But perhaps the largest threat yet has to do with the changes taking place at Telkom Kenya. France Telecom has purchased a significant stake and the CDMA wireless system has taken off like a rocket. The huge advantage is the cheap rate calls to landlines. Then there is also the fact that this system is favored by businesses who ordinarily make a lot more calls than individuals. A price war of sorts is inevitable and that is bound to reduce profits dramatically for Safaricom. The fat cats behind the Safaricom IPO have this information and more. Which convinces me that their strategy on Safaricom is rather short term. The shares are not 5 bob for nothing, I can assure you. It is all dependent on the masses buying the shares in large numbers and so many people missing out on the IPO that they will be lining up at the NSE when trading starts in June ready to buy at a slight markup. This will shoot the price up quickly, the fat cats will then clean out and make a strategic retreat and the Kenyan public will have paid them handsomely for their trouble. You know what will happen when the fat cats dump the shares. In fact some of the same fat cats have invested heavily in Telkom Kenya through the foreign investor (details of that can be found in my raw notes. Sorry that information is still too hot to publish here.)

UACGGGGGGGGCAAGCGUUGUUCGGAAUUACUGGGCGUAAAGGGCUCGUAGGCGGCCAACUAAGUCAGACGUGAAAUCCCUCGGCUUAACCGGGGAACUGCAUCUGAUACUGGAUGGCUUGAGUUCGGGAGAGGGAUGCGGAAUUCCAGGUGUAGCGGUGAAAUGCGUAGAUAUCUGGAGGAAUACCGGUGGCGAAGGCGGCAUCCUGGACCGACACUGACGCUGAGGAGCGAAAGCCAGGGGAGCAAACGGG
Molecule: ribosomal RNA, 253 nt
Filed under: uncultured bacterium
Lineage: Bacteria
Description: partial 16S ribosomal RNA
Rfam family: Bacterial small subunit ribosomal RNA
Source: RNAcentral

P.S. Here are some fascinating tidbits about mobile telephony in Kenya.

Kenyans are only second to the Phillipines in the world in terms of using SMS text messages.

Nairobi density of cell phones during the day is higher than that of New York, a city many times larger.

It is still a puzzle to Safaricom management why phone traffic between 8:00 pm and 8:40pm on week nights is four times higher than normal.

Most of the government statistics on income expenditure and population are all wrong and are still wrong. One just needs to look at the huge number of cell phone users in the country to prove this. The government’s figures on Internet use are also hugely understated (Kumekucha can authoritatively tell you).